Unlike the late decision makers, millions of Australians have already researched COVID safety for the sake of convenience, or simply because they fear being over the election.

As polls this week show the competition is tightening, the last few days have brought their manic moments.

Looking for another photo opportunity, Morrison knocks a child to the ground during a football game; the boy later analyzes the details for the camera and says “it should have been a penalty”. In Kooyong’s green-blue seat, where passions have been running high for weeks, treasurer Josh Frydenberg films a verbal altercation between ‘blue-green’ money man Simon Holmes à Court and pension minister Jane Hume.

But the last few days have also seen some new economic data getting to the heart of this election battle.

The wage price index, released Wednesday, underlined how people are slipping in our now high inflation environment. It rose 2.4% over the year to March, when inflation was 5.1%.

This played out for Labour, which runs hard on the cost of living.

Then, on Thursday, the latest unemployment rate, 3.9% in April, bolstered the government’s mantra about jobs.

But the mystery remains. You would normally expect our very tight labor market to drive wage growth, but it hasn’t happened and there is no prospect of it happening any time soon. The Reserve Bank does not expect real wage growth, measured by the wage price index, before the end of 2023.

Albanian has indicated that Labor hopes the Fair Work Commission will give minimum wage workers a raise to keep them in line with inflation. Morrison, who is behind on wages, is trying to get it both ways. He says he wants to see wages rise, but finds the attitude of Albanians irresponsible.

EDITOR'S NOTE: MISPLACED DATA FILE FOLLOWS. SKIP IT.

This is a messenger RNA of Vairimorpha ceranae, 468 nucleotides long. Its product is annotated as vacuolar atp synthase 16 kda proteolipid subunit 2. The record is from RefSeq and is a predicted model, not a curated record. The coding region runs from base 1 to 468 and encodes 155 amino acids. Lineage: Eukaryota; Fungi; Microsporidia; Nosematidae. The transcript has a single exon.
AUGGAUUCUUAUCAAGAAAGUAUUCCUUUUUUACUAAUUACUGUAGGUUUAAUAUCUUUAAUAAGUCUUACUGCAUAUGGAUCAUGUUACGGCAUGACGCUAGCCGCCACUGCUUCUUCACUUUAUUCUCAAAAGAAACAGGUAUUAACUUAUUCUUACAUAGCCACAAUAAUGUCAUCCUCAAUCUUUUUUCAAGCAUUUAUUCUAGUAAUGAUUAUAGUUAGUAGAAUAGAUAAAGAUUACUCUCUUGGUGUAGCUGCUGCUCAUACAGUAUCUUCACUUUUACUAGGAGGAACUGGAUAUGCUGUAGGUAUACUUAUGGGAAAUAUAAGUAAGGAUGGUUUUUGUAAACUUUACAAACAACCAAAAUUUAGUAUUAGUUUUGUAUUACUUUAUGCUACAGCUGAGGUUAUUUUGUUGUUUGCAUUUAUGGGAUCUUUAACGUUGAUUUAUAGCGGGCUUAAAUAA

Labor left the publication of its policy costs until Thursday, in fact as late as possible. It admitted it expected a scare campaign. But it’s been guessed that, with the deficits huge, a cumulative deficit of just $7.4 billion over the government’s $224 billion in the budget won’t be politically harmful. (The figure is $8.4 billion when factoring in a last-minute government cut announced this week.)

The differences in Labour, compared to the budget, are: $1.1 billion in 2022-23; $1.7 billion in 2023-24; $2.2 billion in 2024-25; and $2.3 billion in 2025-26.

The opposition says the larger deficit is explained by investments in “key economic growth areas” of childcare, training and education, and clean and cheaper energy. In other words, Labor says it has a gap of only a few billion, and sees the extra spending as an increase in productivity.

But those same few billions are being used by the government to back up its claim that Labor cannot handle money. “I think Australians think $7.4 billion is a lot of money,” said Morrison (who spent an additional $30.4 billion in the March budget on payments and tax breaks).

Conflicting messages for the undecided like Margaret.

Michelle Grattan, Professorial Fellow, University of Canberra

This article is republished from The Conversation under a Creative Commons license. Read the original article.